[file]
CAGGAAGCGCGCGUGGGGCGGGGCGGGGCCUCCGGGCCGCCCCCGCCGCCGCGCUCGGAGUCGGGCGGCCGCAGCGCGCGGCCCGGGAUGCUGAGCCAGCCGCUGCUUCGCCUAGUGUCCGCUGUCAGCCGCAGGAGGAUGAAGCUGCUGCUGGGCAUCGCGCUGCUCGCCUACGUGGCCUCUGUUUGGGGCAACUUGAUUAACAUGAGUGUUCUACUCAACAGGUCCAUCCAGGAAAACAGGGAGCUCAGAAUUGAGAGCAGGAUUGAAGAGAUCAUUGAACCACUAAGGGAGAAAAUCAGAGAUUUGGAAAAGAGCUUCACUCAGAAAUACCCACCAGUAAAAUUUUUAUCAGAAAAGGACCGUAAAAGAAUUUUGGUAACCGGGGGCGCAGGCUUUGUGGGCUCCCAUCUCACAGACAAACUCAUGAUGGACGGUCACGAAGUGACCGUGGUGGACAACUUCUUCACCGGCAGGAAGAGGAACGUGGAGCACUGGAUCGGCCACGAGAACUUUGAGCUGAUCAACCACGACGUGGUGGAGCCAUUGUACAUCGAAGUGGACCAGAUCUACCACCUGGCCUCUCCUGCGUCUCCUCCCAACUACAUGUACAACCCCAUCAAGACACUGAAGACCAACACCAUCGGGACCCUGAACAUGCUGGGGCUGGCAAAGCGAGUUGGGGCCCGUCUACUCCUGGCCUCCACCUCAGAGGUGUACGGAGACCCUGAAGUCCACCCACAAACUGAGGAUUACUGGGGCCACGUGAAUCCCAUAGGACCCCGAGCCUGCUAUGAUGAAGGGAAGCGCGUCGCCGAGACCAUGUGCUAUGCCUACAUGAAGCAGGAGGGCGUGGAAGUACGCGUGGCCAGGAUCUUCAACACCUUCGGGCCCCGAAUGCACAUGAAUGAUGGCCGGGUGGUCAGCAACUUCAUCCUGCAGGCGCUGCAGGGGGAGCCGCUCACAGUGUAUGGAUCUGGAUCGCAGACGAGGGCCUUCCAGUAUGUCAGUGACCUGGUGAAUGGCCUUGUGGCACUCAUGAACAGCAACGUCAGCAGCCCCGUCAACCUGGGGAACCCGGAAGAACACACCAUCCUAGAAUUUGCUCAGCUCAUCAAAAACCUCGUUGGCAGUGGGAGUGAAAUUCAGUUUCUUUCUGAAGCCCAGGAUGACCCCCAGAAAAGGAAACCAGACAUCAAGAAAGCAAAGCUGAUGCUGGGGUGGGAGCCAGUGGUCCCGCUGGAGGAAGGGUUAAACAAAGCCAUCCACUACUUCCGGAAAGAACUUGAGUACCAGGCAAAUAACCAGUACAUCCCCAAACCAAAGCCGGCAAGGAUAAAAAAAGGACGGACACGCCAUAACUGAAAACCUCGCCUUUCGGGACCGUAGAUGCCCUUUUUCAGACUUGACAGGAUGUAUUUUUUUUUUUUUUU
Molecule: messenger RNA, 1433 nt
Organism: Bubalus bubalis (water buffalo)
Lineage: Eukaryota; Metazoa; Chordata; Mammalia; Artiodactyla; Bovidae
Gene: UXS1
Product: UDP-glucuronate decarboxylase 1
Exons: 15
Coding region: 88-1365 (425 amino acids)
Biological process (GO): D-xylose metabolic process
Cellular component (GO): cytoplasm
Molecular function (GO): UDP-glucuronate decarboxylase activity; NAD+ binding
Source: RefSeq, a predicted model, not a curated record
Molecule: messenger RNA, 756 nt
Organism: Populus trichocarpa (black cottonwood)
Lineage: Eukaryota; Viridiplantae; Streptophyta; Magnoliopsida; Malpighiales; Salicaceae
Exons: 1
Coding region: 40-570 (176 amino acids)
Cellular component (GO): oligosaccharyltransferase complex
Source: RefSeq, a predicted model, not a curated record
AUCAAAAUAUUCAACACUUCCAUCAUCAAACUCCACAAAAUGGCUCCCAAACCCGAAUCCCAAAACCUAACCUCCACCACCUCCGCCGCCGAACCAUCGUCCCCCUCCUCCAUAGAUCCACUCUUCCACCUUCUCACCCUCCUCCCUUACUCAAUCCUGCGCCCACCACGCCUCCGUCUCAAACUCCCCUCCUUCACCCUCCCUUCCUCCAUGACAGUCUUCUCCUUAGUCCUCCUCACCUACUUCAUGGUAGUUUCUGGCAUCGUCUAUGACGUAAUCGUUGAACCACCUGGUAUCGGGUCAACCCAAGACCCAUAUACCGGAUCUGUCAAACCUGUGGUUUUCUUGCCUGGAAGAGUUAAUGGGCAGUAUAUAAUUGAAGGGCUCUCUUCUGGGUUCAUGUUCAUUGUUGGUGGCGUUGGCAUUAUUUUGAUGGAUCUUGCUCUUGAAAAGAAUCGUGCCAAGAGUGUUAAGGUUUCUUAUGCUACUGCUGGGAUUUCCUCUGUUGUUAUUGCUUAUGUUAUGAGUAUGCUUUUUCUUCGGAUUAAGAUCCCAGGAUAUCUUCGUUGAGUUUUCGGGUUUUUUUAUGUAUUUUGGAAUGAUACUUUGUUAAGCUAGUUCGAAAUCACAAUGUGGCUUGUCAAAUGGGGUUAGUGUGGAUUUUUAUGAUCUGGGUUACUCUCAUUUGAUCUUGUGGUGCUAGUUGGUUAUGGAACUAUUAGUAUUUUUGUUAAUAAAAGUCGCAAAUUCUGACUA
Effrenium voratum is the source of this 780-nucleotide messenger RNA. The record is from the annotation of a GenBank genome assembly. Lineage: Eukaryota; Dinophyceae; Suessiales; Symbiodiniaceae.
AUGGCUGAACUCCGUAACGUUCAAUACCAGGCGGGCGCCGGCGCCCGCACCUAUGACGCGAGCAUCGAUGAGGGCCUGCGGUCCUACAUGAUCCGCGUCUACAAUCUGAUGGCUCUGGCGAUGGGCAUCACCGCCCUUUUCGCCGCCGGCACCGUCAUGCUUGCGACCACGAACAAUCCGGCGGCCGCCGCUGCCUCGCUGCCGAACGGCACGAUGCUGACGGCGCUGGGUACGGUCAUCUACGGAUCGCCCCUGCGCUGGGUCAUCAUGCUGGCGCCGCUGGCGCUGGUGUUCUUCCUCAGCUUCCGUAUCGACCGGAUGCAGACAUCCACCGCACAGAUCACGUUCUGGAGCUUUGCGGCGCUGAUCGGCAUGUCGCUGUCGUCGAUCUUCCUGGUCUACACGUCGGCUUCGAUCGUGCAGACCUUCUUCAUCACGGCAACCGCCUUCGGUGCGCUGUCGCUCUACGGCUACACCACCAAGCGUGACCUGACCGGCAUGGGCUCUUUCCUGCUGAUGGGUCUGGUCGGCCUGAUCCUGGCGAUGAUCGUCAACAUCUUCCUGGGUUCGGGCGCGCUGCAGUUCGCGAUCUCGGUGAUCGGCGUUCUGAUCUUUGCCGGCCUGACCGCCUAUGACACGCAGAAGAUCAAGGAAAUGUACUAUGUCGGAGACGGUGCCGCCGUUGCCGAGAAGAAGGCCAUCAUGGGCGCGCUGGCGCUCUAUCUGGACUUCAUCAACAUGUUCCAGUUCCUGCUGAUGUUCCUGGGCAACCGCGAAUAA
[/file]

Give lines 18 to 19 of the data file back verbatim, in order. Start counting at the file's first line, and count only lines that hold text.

Cellular component (GO): oligosaccharyltransferase complex
Source: RefSeq, a predicted model, not a curated record